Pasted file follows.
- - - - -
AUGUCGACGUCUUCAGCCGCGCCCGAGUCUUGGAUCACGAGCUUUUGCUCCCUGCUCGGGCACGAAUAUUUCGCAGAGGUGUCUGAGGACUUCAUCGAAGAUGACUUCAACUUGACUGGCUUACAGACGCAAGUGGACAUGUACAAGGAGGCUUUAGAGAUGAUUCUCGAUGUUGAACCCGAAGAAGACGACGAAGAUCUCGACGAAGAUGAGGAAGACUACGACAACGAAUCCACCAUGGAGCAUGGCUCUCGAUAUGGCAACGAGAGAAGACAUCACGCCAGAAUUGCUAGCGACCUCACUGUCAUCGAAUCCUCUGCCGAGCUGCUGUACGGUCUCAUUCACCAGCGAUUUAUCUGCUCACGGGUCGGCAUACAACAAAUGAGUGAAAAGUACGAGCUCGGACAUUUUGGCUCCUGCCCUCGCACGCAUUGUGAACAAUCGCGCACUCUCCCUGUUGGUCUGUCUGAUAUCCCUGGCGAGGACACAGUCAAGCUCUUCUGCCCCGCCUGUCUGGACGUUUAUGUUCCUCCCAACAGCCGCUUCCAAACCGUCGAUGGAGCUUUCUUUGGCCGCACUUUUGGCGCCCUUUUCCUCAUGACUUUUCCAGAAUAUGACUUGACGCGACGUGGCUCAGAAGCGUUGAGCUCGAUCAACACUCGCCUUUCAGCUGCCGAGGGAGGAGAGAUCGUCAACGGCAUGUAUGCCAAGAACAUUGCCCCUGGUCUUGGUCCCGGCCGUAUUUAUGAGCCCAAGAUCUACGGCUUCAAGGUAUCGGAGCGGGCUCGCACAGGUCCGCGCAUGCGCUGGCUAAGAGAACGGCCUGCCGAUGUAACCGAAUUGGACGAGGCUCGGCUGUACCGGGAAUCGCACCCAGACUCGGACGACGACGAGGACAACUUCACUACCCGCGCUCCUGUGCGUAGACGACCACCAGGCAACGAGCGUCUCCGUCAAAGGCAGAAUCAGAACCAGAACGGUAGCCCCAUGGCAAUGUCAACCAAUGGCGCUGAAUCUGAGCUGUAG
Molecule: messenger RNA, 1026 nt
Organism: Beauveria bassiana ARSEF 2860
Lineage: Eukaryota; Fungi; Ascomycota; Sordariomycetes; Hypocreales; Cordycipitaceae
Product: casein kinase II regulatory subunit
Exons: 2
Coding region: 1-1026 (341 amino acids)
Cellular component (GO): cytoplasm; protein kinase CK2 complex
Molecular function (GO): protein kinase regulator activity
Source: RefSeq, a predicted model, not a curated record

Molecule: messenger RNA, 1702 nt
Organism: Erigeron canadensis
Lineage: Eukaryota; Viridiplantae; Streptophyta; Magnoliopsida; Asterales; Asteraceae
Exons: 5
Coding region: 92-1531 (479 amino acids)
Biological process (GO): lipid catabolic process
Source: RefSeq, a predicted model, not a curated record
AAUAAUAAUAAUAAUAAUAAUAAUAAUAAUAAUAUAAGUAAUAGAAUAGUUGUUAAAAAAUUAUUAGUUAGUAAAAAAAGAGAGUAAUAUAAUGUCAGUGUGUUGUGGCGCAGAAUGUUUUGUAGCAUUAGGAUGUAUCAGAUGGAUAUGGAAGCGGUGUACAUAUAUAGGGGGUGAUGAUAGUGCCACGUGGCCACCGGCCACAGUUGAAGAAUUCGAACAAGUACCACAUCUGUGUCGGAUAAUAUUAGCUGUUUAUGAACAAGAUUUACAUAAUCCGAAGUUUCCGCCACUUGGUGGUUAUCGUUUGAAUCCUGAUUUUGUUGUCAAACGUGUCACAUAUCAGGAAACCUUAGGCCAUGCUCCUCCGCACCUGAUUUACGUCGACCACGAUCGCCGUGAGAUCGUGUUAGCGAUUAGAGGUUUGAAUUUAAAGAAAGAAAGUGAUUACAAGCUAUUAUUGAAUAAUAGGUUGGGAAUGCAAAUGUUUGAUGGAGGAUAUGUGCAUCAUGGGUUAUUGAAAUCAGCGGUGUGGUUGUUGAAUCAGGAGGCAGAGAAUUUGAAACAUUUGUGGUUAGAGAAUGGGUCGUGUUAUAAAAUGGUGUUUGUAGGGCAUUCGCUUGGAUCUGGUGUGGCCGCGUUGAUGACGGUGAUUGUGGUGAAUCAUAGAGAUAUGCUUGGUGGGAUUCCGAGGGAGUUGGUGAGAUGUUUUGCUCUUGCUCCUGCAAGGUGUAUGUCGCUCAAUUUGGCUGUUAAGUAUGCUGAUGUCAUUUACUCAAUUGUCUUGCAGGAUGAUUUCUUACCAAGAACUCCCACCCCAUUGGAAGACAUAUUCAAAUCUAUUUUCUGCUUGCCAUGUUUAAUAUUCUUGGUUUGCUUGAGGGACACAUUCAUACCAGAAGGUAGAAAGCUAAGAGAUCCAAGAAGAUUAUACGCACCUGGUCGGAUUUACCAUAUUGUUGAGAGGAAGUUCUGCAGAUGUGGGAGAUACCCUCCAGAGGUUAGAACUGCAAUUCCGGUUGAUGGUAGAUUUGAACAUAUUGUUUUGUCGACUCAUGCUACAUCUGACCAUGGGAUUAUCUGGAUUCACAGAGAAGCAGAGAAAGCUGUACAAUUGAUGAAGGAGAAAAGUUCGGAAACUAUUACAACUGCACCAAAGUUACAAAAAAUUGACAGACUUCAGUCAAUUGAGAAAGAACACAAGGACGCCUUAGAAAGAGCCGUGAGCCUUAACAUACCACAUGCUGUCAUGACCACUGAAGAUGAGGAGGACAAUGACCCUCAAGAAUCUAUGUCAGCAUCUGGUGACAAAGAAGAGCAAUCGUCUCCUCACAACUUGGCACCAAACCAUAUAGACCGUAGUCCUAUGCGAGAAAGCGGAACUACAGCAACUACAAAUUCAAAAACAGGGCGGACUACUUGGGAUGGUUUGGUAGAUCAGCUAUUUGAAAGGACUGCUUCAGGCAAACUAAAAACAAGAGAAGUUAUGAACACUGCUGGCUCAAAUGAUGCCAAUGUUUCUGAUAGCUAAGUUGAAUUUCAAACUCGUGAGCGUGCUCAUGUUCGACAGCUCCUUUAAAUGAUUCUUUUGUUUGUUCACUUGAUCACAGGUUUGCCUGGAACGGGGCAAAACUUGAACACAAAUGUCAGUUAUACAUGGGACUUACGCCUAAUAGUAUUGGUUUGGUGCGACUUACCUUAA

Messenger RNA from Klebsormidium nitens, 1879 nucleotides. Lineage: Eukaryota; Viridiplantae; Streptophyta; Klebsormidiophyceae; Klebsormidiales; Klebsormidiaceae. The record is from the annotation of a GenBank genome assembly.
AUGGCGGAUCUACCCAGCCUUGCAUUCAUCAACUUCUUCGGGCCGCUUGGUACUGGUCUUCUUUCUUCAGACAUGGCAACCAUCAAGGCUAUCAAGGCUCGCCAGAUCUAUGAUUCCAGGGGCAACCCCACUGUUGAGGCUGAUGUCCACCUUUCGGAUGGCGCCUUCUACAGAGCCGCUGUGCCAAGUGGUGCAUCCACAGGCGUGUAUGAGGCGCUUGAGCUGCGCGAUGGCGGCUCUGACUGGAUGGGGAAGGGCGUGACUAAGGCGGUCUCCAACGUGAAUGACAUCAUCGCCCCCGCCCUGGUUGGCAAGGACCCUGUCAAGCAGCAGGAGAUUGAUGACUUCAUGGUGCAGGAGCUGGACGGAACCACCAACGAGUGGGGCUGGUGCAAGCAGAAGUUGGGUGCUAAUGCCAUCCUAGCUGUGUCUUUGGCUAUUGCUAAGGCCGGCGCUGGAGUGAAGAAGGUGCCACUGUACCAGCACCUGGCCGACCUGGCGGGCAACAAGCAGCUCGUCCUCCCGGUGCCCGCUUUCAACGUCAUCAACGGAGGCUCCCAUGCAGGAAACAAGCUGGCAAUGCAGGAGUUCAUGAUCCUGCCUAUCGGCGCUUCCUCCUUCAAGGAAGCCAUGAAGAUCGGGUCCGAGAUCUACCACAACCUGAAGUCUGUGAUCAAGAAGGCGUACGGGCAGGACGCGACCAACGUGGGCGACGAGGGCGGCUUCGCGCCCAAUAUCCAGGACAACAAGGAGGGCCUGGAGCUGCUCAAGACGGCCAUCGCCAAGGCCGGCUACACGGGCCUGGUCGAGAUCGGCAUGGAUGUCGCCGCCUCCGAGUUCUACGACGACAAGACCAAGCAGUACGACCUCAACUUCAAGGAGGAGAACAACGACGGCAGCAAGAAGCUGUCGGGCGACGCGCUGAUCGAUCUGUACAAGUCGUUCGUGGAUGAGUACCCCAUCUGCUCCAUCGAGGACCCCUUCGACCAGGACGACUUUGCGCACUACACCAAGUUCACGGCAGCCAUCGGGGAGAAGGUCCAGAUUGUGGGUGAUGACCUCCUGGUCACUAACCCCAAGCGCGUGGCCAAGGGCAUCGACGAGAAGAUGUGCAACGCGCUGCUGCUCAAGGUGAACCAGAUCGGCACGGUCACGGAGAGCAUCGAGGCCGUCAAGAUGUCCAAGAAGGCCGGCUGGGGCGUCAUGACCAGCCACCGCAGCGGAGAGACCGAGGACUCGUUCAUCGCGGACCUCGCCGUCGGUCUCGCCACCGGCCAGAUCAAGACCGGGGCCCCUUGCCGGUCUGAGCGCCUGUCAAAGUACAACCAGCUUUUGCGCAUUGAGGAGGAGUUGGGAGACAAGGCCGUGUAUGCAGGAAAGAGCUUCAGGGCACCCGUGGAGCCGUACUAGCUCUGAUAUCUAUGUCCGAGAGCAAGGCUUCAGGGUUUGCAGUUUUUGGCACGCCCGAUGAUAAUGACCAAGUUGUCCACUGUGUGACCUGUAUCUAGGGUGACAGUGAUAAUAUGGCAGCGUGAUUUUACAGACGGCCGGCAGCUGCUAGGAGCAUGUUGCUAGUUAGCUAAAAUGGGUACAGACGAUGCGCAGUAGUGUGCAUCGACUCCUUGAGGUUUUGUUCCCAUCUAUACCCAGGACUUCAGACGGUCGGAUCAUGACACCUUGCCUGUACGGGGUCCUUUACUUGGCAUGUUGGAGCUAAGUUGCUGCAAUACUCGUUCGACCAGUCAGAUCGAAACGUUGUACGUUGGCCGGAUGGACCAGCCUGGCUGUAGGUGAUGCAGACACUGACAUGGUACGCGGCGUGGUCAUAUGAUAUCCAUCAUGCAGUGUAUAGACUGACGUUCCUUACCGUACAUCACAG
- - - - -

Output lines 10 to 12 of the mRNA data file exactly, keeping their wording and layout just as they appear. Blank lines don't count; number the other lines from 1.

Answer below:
Source: RefSeq, a predicted model, not a curated record

Molecule: messenger RNA, 1702 nt
Organism: Erigeron canadensis